Form and Content
In Jawaharlal Nehru: The Brahman from Kashmir, Emil Lengyel portrays Nehru as a Western-educated aristocrat who placed his intelligence, education, and personal magnetism at the service of Indians of all castes and religious persuasions, in the interest of the common goal of a free India. A prologue dramatizes Nehru’s phenomenal popularity with the masses as head of the emerging nation. Ten subsequent chapters trace the course of Nehru’s development from the pampered son of a wealthy attorney to the socialist leader of a newborn Third World nation.
A description of Motilal Nehru’s position as an intelligent Brahman lawyer with lucrative contacts in the Anglo-Indian community sets the scene for the privileged but lonely childhood of his son, Jawaharlal. The first four chapters narrate Jawaharlal Nehru’s early education in Indian literature and culture, his years at Harrow and Cambridge, his return to India and traditional marriage, and his meeting with Mahatma Gandhi, who confirmed Nehru’s stirring vision of an independent India. Nehru’s intellectual perception of injustice was fanned by British imperial mismanagement in the blatant injustice of the Amritsar Massacre in 1919. These early chapters end with his first in a series of jail terms for speaking out against British rule.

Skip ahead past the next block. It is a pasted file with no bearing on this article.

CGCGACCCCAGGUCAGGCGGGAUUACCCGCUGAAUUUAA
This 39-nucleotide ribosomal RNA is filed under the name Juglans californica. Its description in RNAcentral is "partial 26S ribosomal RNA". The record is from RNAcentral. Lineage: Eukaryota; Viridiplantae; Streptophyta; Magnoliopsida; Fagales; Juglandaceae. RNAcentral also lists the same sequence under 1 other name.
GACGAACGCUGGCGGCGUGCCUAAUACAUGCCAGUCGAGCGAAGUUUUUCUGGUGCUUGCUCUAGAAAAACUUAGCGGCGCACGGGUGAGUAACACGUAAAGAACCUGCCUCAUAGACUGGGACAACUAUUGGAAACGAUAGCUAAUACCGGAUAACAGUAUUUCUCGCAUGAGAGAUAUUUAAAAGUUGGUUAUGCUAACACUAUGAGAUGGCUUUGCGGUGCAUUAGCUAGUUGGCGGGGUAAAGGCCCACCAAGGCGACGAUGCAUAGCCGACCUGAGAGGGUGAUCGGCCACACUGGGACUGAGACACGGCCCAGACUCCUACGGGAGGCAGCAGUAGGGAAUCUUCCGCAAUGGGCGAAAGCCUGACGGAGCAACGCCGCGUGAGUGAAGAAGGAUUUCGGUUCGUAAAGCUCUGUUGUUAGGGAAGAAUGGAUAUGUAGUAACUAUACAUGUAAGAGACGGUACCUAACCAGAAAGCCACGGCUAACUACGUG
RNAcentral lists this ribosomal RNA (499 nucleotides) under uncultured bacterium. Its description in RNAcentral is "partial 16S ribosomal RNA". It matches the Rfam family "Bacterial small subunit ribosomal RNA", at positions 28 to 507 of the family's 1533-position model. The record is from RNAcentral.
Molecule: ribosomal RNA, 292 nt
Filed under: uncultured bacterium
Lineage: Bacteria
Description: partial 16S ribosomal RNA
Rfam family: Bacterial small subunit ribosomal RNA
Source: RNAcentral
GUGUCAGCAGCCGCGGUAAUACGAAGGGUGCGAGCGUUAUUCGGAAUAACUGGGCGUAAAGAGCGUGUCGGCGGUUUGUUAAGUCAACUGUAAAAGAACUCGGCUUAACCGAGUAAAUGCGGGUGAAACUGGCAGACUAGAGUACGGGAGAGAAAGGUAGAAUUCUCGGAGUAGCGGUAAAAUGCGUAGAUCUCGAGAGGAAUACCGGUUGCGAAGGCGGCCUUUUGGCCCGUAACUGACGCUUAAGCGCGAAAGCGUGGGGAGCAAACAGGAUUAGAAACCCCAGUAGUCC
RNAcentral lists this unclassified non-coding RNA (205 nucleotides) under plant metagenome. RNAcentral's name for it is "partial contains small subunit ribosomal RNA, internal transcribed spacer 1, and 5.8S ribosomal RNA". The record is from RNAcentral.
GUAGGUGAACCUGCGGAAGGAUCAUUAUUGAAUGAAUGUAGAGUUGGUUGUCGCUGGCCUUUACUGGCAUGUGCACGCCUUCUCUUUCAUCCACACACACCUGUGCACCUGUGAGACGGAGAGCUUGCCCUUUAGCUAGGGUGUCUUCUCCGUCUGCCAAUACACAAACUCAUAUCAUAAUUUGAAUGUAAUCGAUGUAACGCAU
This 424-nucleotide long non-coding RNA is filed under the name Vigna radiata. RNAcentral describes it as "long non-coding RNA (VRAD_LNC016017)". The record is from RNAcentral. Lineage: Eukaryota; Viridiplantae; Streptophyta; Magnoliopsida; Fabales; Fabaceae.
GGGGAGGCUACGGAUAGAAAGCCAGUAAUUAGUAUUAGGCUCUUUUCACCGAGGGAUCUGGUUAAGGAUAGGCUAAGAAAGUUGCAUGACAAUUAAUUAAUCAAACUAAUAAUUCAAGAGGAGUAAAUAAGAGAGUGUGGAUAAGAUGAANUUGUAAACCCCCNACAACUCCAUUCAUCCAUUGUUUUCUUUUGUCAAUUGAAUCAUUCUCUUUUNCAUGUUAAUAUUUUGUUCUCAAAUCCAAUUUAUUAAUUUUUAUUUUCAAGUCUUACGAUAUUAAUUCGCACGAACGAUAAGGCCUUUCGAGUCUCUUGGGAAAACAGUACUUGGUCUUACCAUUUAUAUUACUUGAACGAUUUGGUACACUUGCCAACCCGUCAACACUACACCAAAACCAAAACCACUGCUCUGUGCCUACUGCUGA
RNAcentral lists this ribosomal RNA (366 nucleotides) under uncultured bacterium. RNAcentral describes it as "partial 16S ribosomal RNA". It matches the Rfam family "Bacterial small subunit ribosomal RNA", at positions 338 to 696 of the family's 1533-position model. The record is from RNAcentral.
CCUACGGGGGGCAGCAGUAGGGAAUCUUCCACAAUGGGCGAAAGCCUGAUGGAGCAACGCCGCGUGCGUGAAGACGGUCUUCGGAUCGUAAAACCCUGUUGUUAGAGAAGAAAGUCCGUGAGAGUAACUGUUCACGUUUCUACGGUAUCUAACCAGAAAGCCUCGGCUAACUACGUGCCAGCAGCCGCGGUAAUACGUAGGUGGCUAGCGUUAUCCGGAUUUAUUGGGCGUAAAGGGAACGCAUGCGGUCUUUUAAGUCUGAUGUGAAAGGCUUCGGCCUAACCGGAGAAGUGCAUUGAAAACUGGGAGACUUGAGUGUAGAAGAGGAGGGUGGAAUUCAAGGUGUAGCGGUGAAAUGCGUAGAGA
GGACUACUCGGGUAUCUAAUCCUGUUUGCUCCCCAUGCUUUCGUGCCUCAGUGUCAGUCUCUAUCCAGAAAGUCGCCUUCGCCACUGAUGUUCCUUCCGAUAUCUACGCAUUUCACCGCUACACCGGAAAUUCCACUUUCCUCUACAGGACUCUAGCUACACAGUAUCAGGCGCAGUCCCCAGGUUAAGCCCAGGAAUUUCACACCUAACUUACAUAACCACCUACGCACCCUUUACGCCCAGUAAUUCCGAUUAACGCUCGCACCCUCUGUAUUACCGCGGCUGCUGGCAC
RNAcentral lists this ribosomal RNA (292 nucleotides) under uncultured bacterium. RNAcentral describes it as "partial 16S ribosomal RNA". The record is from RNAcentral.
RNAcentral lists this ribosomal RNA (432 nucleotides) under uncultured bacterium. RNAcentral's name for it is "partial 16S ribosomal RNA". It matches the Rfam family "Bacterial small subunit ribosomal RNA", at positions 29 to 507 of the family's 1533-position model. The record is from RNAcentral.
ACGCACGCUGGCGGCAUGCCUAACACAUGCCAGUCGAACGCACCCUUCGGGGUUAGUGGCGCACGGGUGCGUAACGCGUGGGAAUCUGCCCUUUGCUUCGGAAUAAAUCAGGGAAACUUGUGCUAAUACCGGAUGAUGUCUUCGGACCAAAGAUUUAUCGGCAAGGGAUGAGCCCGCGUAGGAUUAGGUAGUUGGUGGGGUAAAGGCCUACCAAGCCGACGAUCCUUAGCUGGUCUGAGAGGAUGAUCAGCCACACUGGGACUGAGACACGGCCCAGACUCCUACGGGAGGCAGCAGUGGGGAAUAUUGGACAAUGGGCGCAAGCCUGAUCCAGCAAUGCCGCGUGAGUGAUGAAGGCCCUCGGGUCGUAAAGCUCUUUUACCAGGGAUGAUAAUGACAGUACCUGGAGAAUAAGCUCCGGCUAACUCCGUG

Chapters 5 through 8 deal with the ebb and flow of the struggle for Indian home rule in the context of world events, the rise of Adolf Hitler, and...
(The entire section is 469 words.)